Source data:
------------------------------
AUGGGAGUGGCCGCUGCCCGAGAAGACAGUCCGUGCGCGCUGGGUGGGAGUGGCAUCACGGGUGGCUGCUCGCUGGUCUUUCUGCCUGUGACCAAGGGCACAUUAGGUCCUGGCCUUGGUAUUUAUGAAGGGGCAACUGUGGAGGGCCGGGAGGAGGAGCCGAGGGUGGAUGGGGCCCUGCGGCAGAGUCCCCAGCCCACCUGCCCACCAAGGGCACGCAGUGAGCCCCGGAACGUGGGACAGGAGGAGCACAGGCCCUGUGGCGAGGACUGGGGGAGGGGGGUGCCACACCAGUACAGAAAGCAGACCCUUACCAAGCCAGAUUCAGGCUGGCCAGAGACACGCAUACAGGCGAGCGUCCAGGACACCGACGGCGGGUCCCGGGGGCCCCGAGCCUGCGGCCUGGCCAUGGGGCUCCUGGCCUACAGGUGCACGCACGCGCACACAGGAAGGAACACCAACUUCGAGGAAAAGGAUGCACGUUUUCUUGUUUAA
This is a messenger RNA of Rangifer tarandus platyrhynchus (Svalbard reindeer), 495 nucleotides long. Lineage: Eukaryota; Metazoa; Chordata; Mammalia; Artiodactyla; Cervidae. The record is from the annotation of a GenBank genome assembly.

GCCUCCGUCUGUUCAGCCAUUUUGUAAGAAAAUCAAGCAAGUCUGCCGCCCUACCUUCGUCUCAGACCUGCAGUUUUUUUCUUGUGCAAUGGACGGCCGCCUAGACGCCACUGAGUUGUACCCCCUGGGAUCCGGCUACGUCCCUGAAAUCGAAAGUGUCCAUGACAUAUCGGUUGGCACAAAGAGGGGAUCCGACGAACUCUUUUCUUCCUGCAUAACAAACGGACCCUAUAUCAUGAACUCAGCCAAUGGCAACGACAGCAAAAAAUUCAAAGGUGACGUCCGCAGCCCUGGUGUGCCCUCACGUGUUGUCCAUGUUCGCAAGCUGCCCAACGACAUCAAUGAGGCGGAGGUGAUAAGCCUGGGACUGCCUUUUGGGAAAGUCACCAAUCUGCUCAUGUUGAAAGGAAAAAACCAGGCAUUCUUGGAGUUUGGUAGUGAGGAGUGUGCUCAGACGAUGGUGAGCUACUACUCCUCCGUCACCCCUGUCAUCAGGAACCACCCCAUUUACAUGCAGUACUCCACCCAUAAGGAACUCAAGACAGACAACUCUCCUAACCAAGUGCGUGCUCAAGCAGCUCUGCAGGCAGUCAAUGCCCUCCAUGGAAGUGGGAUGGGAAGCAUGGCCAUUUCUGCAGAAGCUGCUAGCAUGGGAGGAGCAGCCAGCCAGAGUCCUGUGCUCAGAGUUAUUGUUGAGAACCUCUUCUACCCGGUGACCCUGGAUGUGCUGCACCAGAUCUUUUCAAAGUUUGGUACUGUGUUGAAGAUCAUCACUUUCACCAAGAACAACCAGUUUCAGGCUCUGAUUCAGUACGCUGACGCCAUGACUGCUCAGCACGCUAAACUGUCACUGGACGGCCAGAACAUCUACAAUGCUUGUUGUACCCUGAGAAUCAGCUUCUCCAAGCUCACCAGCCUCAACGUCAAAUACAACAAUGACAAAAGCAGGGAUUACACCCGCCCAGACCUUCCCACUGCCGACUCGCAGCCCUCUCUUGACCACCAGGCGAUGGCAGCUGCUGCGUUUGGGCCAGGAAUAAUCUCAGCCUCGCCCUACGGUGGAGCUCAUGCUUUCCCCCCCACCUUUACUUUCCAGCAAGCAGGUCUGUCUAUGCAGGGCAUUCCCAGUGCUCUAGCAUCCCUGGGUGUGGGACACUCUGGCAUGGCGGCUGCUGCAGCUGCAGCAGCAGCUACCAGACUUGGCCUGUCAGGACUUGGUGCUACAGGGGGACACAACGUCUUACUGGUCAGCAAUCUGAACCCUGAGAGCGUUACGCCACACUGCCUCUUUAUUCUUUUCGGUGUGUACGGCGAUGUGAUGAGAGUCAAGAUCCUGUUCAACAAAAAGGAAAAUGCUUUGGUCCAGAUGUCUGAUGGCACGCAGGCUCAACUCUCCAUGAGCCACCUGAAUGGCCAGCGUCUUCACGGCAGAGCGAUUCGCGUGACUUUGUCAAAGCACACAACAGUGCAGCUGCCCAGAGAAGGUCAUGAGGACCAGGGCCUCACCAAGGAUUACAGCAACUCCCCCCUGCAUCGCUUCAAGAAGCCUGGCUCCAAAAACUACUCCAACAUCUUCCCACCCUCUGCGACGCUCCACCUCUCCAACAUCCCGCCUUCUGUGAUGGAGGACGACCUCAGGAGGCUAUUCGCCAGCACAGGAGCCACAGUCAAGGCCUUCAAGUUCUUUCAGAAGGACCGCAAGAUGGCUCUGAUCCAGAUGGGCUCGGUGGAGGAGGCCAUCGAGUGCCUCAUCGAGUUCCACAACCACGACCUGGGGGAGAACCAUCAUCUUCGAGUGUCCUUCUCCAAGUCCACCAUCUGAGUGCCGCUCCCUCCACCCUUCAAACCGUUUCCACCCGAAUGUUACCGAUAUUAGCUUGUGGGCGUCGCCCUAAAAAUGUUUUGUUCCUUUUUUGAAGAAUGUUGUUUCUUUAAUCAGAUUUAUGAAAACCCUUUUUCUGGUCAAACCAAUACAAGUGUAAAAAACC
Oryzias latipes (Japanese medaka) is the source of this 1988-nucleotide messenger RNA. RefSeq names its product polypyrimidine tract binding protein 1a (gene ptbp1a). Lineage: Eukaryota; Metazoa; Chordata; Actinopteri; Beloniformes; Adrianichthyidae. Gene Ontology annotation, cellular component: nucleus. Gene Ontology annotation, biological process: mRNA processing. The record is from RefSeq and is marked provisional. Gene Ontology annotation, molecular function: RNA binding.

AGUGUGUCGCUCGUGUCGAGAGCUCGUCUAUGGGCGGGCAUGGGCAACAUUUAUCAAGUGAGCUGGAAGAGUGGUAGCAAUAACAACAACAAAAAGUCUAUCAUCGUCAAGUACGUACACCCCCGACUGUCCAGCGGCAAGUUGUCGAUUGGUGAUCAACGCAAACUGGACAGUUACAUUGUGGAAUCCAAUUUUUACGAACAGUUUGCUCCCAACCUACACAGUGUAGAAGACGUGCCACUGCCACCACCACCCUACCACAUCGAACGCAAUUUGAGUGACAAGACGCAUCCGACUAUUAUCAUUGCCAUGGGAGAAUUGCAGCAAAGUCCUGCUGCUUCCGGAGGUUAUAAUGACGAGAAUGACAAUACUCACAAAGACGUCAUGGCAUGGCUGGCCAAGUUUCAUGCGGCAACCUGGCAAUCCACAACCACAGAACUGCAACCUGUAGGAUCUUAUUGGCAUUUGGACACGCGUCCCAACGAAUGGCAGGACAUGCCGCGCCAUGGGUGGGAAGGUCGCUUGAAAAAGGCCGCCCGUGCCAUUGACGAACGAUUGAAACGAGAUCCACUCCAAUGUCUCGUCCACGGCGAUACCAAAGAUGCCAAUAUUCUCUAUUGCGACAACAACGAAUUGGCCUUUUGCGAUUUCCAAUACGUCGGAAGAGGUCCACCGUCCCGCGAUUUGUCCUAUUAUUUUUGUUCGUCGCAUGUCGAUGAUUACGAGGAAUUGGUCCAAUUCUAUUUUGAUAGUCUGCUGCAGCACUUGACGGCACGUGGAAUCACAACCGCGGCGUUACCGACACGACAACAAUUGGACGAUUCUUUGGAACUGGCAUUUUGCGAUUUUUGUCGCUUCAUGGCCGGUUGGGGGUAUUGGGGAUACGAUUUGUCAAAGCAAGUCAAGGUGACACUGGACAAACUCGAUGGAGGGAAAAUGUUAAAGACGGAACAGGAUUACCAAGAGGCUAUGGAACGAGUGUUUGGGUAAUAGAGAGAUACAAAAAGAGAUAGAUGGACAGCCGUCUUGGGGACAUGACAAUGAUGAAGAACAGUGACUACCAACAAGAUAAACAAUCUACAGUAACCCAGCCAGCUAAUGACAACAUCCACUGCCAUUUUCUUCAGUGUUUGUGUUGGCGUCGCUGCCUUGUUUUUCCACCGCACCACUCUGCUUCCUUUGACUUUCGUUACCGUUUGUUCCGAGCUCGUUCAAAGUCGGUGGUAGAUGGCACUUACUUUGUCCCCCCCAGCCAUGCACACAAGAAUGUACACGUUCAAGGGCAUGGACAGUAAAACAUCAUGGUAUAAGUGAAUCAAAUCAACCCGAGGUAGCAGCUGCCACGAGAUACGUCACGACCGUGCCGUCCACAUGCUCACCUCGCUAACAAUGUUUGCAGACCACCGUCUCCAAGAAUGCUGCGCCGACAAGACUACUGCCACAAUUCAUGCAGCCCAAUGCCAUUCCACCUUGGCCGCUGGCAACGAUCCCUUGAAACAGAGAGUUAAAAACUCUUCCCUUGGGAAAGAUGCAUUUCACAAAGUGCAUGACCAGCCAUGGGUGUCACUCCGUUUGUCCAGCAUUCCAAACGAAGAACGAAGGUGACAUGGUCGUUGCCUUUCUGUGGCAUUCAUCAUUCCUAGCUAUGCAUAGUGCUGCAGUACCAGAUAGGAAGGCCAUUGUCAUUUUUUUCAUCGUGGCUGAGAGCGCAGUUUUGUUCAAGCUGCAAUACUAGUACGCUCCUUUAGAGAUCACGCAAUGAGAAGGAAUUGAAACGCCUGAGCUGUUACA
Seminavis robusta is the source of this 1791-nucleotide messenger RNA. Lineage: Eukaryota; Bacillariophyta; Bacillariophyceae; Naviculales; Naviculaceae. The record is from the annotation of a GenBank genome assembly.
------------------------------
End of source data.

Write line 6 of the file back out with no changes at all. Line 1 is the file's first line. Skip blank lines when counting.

Seminavis robusta is the source of this 1791-nucleotide messenger RNA. Lineage: Eukaryota; Bacillariophyta; Bacillariophyceae; Naviculales; Naviculaceae. The record is from the annotation of a GenBank genome assembly.